To help its suppliers meet its benchmarks, Herman Miller Inc. (Nasdaq: MLHR) assigns a handful of its supply chain management team to spend about a third of their time to assist key outside partners in implementing sustainability programs, said Gabe Wing, director of safety and sustainability at the Zeeland-based company. At times, Herman Miller’s suppliers share their own practices.
“It’s definitely a two-way street,” Wing said.
Herman Miller recently collaborated with a local web development group to create a portal that would allow suppliers to enter sustainability-related data efficiently into a database. The new method takes the place of maintaining spreadsheets and will allow Herman Miller rapid access to the data. It also decreases its response time to address any issue that crops up along the supply chain, Wing said.
The furniture company incorporated its new Earthright standards in 2014, outlining the company’s direction for the next decade. Those standards have since become the benchmark for its supply chain partners, Wing said.
“We learned that if we wanted to move the needle on sustainability, we had to have our supply chain involved,” Wing said. “Now, most of our sustainability efforts take place along the supply chain.”
The new goals include achieving zero waste across all facilities, consuming 50-percent less water and cutting energy intensity in half, among others. Currently, 75 percent of the company’s direct suppliers have adopted the Earthright goals in practice, but haven’t committed to achieving them in the same 10-year period, Wing said.
A supplier’s performance in sustainability metrics accounts for 20 percent of its total evaluation with the company, Wing said. If those expectations for sustainability are not met or if the supplier scores too low, it is not eligible for new business.
Those strategies on top of its internal procedures translate into a six-figure cost savings for Herman Miller, Wing said, declining to disclose the exact figure.
“We figured out how to pursue this in a way that makes sense for our business. This is not a philanthropic exercise. It’s about driving growth,” he said.
Pressure From Above
It’s not only pressure from OEMs that’s driving sustainability down the supply chain. Retailers such as Wal-Mart, Target and Kohls all require companies with products on their shelves to fill out detailed sustainability score cards, said Dave Aupperlee, senior product safety and regulatory affairs manager for Bissell Inc. in Grand Rapids.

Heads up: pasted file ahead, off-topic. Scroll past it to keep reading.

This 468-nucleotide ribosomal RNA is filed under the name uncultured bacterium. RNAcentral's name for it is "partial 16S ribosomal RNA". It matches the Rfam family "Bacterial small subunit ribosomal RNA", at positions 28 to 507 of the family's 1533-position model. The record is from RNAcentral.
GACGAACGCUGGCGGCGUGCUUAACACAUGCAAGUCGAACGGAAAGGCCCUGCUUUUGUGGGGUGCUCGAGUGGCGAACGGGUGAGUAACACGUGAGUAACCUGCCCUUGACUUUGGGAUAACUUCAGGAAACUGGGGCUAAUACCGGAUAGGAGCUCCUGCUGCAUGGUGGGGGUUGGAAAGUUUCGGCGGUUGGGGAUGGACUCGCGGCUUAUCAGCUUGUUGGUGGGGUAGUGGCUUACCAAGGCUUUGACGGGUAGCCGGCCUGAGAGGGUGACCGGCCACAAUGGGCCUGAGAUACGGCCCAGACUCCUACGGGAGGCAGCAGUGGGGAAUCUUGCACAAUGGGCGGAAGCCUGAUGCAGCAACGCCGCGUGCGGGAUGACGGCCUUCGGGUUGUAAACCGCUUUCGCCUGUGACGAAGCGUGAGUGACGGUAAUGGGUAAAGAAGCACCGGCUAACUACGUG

“We’ve found that our bigger retail customers are instituting sustainability programs and are pushing them down to us,” Aupperlee said. “If you take someone like Wal-Mart with their hundreds of thousands of suppliers, their scale makes even the smallest changes with suppliers significant.”
In particular, the larger retailers have stressed a focus on greenhouse gas emissions and Bissell has filtered similar requirements down to its suppliers, Aupperlee said. The company also regularly audits and monitors the amount of waste its suppliers send to the landfill and their water and energy use.
“We are encouraging them to look for reduction because that’s how we’re going to meet our goals,” Aupperlee said.
But unlike in the furniture industry, retailers have a “patchwork” of sustainability requirements for various consumer products and lack a specific program that would make Bissell’s due diligence and benchmarking more efficient, Aupperlee said.
Currently, the Association of Home Appliance Manufacturers (AHAM) has developed the closest framework for universal sustainability standards, Aupperlee said. The organization created end-of-life, energy use, emissions and other requirements for home appliances based on a variety of product categories.
Overall, OEMs and retailers will likely continue to require companies to adopt increasingly stringent sustainability standards as they look to shed excess expenses from the supply chain and meet consumer demand for green products, sources said.
“You want everyone in your supply chain to be efficient,” Wing of Herman Miller said. “The more value we can deliver to our shareholders, the better it is for us. It’s a no-brainer to invest in our suppliers.”
For additional reading regarding sustainability and the supply chain, please refer to the following links:
The Need to Optimize an Organization’s Supply Chain
Benchmarking Climate Change Performance Across Supply Chains
Join the Growing Supply Chain Trend on Voluntary Carbon Disclosure to CDP